GOP presidential nominee Donald Trump is pledging that, if elected, he’d be the “nation’s biggest cheerleader for school choice” and would offer states the chance to use $20 billion in federal money to create vouchers allowing children in poverty to attend the public, charter, or private school of their choice.
In a speech at a charter school in Cleveland, he also said he’s a supporter of merit pay for teachers—a signature policy of both Presidents Barack Obama and George W. Bush’s administrations—although he did not explain how he hopes to further the cause, other than rhetorically taking aim at tenure.
“There is no policy more in need of urgent change than our government-run education monopoly,” Trump said. “The Democratic Party has trapped millions of African-American and Hispanic youth” in struggling schools.
“We want every inner-city child in America to have the freedom to attend any school,” he said.
Trump said that the $20 billion in federal funds could be combined with more than $100 billion in state and local money to create vouchers of up to $12,000 annually for the nation’s poorest kids.
He did not say where the $20 billion would come from, but it’s possible he was referring to Title I money for disadvantaged students, funded at about $15.5 billion right now. His plan would depend on state and local cooperation: If states and districts decided not to add their own money to the federal financing, the scholarships would be pretty paltry.
Trump’s school choice plan is similar to what 2012 GOP presidential nominee Mitt Romney proposed for K-12 in 2012.
And last year, Sen. Lamar Alexander, R-Tenn., and Rep. Luke Messer, R-Ind., introduced amendments to what became the Every Student Succeeds Act that would have allowed federal money to follow students to the school of their choice, public or private. Those amendments failed to get enough support to pass the House or Senate.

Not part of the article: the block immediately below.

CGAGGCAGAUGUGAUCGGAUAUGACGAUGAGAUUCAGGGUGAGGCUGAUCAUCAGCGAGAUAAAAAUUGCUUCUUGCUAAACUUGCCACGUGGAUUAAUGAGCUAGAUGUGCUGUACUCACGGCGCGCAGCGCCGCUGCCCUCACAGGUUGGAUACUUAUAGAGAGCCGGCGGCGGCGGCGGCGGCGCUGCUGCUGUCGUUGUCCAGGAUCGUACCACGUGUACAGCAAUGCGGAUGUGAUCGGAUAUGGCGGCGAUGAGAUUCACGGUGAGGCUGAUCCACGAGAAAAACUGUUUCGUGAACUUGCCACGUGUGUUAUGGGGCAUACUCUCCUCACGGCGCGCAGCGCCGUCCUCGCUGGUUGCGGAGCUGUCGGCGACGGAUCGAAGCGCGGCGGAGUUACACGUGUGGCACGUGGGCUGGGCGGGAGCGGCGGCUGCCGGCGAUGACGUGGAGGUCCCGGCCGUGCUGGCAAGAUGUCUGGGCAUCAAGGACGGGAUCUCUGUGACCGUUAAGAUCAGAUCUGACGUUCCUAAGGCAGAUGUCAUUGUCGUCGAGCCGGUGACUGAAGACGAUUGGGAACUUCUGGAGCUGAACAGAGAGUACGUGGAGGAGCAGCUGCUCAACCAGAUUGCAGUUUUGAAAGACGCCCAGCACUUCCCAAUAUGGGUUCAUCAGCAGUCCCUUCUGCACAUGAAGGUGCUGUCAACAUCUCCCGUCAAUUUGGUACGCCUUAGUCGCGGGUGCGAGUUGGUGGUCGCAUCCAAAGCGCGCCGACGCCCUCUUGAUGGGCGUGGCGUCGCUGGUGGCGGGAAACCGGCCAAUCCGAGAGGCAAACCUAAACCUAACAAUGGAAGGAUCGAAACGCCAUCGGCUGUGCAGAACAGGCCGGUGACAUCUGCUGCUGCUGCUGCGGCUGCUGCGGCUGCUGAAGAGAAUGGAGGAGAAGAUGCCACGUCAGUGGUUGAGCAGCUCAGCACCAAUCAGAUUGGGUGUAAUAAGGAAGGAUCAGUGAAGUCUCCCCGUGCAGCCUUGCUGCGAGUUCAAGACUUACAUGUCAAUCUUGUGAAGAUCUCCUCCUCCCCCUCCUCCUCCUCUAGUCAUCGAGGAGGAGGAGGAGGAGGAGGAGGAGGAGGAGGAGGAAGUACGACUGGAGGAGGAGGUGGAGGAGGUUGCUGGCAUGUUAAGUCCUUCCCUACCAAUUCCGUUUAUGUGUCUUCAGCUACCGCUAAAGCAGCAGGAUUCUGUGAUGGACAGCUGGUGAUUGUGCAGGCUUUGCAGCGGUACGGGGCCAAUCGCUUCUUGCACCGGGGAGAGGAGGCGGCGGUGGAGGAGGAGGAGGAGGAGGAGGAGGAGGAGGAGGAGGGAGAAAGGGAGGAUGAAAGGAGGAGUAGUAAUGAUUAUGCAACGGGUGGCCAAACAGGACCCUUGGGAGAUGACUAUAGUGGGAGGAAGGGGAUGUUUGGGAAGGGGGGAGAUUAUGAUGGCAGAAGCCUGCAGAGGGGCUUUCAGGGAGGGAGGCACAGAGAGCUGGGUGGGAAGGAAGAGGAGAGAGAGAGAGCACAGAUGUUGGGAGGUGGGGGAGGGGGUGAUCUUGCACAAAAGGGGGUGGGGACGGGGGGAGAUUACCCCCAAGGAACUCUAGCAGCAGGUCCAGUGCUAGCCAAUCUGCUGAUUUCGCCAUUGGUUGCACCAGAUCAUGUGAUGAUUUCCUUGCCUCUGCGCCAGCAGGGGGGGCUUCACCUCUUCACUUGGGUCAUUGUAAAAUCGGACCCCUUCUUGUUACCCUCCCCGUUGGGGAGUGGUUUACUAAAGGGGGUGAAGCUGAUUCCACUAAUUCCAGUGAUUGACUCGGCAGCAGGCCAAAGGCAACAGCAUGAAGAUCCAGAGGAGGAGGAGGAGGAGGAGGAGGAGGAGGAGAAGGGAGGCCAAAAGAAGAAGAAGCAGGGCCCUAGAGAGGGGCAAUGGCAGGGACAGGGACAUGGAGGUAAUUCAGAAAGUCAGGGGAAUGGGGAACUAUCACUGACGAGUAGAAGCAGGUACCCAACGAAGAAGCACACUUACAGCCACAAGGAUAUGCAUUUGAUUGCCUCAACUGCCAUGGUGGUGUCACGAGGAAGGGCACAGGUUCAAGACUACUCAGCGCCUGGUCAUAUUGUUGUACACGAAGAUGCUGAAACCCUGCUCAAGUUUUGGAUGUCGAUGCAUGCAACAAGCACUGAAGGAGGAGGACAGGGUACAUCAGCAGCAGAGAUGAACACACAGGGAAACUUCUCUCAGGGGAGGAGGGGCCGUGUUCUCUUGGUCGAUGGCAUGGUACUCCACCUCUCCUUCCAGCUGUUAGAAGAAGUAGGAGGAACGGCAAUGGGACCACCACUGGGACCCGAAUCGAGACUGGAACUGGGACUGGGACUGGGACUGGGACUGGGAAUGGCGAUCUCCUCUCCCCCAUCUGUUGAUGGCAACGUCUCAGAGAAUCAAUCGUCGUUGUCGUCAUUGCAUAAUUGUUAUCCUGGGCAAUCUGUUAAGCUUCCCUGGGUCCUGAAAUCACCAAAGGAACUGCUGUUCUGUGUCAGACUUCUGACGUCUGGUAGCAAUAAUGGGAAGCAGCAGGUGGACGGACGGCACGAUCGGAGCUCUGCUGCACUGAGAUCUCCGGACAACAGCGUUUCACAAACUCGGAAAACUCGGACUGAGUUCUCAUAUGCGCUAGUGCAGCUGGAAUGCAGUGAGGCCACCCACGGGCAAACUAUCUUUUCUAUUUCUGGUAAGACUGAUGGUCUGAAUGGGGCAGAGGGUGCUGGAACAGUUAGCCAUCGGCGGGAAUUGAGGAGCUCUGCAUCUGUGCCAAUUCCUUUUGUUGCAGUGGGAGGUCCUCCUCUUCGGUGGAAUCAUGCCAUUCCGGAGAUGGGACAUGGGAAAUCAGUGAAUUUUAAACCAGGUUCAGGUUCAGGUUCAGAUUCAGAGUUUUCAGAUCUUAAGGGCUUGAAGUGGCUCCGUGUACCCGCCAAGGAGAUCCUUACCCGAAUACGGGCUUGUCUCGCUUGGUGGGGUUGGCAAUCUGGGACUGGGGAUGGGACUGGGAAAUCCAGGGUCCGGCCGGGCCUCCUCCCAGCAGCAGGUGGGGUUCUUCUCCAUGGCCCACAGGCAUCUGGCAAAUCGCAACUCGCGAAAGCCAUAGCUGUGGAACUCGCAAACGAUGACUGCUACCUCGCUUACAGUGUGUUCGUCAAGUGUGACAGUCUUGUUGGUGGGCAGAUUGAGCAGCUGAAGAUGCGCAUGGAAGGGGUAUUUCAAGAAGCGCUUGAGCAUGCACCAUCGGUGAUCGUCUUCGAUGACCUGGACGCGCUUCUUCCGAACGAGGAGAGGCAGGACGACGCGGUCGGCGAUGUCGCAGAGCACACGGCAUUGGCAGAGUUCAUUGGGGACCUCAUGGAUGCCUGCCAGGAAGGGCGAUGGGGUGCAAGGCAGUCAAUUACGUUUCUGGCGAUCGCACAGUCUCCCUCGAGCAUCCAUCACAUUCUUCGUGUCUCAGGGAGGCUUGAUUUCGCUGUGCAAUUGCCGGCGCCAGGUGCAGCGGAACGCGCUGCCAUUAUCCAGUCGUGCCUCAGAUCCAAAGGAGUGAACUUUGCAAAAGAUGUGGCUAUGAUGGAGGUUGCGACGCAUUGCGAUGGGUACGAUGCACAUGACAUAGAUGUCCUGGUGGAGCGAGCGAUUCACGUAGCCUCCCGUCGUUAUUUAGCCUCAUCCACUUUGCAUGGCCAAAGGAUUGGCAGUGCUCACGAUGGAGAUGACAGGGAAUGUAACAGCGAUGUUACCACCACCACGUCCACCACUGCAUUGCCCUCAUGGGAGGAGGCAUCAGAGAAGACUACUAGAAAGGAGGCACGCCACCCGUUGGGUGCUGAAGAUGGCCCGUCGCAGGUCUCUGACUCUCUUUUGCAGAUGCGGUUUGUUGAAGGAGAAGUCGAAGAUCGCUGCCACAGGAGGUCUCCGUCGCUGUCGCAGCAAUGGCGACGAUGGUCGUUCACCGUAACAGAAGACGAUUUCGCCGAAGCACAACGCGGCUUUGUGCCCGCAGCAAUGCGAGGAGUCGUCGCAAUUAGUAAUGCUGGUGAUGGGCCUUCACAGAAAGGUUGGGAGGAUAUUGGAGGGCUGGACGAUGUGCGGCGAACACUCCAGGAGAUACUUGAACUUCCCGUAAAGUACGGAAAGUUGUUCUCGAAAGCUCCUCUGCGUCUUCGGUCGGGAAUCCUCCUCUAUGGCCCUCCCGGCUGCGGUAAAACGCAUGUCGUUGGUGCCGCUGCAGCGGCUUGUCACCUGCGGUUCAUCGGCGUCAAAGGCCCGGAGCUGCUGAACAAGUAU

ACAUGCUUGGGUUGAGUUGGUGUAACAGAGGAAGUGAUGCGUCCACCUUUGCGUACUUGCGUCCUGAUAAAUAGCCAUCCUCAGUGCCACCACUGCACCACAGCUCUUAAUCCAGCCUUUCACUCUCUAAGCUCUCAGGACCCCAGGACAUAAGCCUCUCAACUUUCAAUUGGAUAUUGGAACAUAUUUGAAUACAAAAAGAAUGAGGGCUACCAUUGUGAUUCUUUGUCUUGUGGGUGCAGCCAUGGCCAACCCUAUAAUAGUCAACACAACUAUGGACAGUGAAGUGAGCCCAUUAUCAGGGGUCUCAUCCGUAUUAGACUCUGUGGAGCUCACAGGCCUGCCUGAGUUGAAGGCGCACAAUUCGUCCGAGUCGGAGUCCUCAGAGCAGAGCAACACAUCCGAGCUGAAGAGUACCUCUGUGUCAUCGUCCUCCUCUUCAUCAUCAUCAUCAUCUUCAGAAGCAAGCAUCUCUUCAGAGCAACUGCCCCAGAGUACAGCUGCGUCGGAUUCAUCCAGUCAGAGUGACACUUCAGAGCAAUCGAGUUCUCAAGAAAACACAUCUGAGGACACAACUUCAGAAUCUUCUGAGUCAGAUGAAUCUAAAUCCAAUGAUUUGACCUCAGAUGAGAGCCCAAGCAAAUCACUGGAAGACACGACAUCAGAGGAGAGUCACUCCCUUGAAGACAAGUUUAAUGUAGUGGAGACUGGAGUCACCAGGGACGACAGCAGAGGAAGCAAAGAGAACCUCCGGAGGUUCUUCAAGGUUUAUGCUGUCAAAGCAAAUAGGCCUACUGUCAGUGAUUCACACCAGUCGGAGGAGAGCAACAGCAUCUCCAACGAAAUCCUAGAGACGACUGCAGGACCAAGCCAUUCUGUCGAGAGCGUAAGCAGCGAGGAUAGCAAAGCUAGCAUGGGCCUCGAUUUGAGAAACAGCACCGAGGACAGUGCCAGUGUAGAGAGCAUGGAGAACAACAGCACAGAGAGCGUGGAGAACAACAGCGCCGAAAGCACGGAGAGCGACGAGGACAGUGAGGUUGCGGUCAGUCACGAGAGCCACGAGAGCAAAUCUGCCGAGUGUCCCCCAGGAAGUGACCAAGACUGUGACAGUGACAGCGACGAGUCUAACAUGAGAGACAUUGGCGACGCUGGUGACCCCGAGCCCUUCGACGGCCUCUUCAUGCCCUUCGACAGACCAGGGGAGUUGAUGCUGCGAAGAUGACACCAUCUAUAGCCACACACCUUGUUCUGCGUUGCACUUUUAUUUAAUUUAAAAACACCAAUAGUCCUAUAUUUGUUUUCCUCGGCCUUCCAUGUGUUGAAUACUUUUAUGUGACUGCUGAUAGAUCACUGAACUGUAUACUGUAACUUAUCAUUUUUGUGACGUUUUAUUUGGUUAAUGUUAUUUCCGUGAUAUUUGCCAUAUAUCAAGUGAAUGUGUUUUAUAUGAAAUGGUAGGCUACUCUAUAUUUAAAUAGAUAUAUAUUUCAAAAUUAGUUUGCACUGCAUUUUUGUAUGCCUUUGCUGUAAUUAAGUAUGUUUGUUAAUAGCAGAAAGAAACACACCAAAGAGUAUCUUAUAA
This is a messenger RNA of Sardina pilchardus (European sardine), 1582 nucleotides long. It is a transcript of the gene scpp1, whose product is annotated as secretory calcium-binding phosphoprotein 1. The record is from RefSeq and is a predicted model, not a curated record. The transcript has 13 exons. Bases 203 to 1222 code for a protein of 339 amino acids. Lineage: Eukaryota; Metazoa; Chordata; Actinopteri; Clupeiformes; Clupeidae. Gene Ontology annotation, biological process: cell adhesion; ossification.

But Messer said in an interview this summer that he thinks the policy could get new life under a potential Trump administration.
On merit pay for teachers, Trump said only that he finds it unfair that “bad ones” sometimes earn “more than the good ones.” Obama also encouraged districts to adopt performance pay, through the Race to the Top competition and the $230 million Teacher Incentive Fund, which Bush started.
Trump’s main rival for the White House, former U.S. Secretary of State Hillary Clinton, hasn’t addressed the issue of merit pay head-on recently, but she has said that she’s not in favor of tying teacher evaluations to test scores, which also was a signature Obama policy.
Trump also hit some of the K-12 themes he’s sounded throughout the campaign, attacking the Common Core State Standards and arguing that the United States spends more on education than most other developed countries for iffy results.
Jeanne Allen, the founder of the Center for Education Reform, which supports school choice, called the idea “pie in the sky,” given the current Washington political dynamic.
But she also noted that Trump did not say the $20 billion for his school choice idea would have to come from the current U.S. Department of Education budget.
But Lily Eskelsen García, president of the National Education Association, said in a statement that “No matter what you call it, vouchers take dollars away from our public schools to fund private schools at taxpayers’ expense with little to no regard for our students.”